Gunaydin has become famous for their Lahmacun, a flatbread topped with ground lamb that is presented to the table upon a wooden board, before being sliced with a curved blade resembling a mini machete. This ‘Turkish Pizza’ is a dish that we would especially recommend, for the meat is seasoned with such depth, offering hints of paprika, cumin and cinnamon that we truly relished. It was at this stage in the meal that things started to get interesting….
The Doner Portion takes thin slices of grilled meats and strips of bread, giving the impression that guests will need to make their own wraps. We’re therefore, a little surprised to discover the wraps are prepared for you at the table, before being presented to you by your waiter, as if it’s an ice cream cone ready to be licked. Such interactivity is a novel idea but the vision of someone else touching your food may be a little too much for some diners. For those looking for #SaltBae inspiration, the team of waiters happily complete the salt sprinkling ritual with such fervour and are more than happy to pose for pictures (it’s free publicity after all!)
The meat course also involved Adana Kebab, a chopped lamb kebab seeped in Turkish spices that provide a rich and aromatic flavour to the meat. The restaurant’s signature Gunaydin Special is definitely a must order, taking a Chateau Fillet and pan frying it in butter, before being sliced and presented with bread and rocket leaves. An exceptional piece of dinner theatre that really enlivens the senses, but one that lost its edge slightly for us, purely for the fact that we had been presented the exact same dish the previous evening while dining at The Grill at Abu Dhabi’s Marriott Al Forsan Hotel. Obviously, this is no fault of Gunaydin but it our opinion the version at the Marriott has a slight edge.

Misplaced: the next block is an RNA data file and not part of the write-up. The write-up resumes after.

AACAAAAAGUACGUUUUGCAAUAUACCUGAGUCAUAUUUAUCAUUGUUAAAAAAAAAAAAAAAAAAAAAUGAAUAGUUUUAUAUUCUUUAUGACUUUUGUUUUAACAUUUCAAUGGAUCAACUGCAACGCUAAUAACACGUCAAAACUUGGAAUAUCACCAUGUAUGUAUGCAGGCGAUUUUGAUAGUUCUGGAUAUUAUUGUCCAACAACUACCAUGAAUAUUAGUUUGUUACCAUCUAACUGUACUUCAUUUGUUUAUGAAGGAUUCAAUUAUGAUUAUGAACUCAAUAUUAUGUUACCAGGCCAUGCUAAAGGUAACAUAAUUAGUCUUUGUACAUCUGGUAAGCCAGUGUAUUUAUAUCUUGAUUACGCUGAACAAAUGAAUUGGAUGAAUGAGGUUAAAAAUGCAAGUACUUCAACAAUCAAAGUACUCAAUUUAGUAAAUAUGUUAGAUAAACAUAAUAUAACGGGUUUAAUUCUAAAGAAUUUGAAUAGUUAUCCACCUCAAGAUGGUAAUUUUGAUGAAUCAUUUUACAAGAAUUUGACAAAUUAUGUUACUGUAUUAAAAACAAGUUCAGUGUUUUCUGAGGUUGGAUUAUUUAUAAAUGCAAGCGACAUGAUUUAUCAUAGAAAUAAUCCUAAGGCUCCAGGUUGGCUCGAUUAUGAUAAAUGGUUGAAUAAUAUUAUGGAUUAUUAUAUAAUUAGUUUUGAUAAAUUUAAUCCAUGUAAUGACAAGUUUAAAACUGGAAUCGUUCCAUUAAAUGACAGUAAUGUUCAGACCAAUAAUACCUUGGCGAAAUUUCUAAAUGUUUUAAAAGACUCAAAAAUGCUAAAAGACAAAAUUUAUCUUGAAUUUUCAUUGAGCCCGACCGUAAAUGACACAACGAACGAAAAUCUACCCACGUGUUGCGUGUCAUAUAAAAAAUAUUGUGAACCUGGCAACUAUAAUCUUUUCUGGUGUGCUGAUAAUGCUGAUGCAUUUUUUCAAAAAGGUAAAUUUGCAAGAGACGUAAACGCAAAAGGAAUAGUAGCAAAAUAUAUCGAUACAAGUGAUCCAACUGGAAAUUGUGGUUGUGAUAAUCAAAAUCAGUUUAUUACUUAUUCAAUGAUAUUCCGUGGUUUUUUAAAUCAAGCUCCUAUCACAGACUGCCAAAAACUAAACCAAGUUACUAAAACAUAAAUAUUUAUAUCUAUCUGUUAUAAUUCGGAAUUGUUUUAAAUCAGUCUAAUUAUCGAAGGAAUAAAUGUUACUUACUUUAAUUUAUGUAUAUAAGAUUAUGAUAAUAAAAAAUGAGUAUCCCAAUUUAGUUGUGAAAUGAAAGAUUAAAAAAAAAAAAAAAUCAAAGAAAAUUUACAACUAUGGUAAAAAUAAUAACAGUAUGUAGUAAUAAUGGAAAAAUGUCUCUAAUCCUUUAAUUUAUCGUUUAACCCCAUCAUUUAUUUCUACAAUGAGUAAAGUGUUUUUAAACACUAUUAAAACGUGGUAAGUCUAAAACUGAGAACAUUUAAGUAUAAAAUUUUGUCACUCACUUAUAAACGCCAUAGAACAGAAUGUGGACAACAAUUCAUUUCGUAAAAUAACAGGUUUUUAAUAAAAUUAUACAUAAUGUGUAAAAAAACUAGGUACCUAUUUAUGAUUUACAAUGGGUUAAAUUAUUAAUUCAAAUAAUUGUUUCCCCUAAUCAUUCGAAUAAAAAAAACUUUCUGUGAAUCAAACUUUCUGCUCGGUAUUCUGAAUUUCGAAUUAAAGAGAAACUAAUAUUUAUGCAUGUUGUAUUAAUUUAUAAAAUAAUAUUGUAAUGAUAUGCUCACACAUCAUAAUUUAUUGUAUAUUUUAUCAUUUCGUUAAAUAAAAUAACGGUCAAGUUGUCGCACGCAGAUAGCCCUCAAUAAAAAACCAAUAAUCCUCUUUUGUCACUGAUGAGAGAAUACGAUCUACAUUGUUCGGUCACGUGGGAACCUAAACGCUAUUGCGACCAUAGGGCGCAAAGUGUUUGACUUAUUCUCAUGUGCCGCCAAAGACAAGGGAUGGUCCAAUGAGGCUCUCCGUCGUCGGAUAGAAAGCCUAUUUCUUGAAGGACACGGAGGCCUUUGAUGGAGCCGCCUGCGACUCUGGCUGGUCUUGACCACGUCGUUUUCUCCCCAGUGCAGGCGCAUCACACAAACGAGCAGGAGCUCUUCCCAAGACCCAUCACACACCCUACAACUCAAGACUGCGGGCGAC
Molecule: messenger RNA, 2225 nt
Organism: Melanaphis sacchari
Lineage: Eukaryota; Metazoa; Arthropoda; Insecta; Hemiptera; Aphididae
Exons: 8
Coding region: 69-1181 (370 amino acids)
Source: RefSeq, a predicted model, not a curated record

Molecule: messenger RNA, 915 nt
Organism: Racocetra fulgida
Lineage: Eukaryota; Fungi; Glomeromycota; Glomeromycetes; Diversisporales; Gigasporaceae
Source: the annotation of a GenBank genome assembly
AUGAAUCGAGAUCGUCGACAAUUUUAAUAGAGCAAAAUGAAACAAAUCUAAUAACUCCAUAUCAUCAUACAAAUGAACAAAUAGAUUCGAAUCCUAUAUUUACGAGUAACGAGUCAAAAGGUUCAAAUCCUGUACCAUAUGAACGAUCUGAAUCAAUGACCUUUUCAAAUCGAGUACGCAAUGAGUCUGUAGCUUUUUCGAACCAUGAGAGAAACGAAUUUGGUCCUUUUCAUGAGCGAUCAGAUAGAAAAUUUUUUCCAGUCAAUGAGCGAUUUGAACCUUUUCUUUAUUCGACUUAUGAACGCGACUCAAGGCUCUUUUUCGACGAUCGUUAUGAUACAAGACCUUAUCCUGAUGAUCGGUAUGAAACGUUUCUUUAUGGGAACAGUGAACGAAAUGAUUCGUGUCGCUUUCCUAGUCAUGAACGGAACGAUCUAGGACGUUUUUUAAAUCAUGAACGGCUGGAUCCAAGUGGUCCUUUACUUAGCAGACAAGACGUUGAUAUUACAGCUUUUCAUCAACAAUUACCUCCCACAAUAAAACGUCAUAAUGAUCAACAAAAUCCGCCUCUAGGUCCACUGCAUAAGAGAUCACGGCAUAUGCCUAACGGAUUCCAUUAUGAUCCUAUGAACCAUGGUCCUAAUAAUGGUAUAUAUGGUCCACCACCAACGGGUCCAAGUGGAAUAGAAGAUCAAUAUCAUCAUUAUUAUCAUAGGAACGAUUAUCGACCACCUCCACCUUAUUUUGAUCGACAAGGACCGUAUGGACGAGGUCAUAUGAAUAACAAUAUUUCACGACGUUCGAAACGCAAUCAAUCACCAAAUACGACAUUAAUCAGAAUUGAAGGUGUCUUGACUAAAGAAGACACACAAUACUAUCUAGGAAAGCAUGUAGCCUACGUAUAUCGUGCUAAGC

Desserts are very strong at Gunaydin with their Katmer being of particular note. Flaky pastry steeped in butter and stuffed with pistachio nuts makes for an interesting variant on baklava that is elevated by the insertion of mastic ice cream into the pastry. The mastic ice cream cuts through the sweetness of the katmer and its elasticity complements the flaky pastry very well, much like an ice cream sandwich. The Baklava is also particularly good (and the portion is more than generous) and paired with a cup of traditional Turkish tea, we were momentarily transported back to our travels through Turkey in the spring of 2002.
Dining at Gunaydin is certainly an experience and one that proves to be a lot of fun. Generally speaking, the food is very good but we did find the service to be somewhat lacklustre. Granted, these guys are performing and living up to a certain stereotype but aside from Ozgur who was looking after our table, the remaining waitstaff seemed bored and disinterested which is a real shame.
There’s little doubt that a resurgence in Turkish cuisine is taking place in the Emirates and with such a prime location in Downtown Dubai, Gunaydin has the potential to do very well. This is definitely one for the carnivores…
We were invited to dine at Gunaydin. All views are our own and all photographs are © Out & About UAE.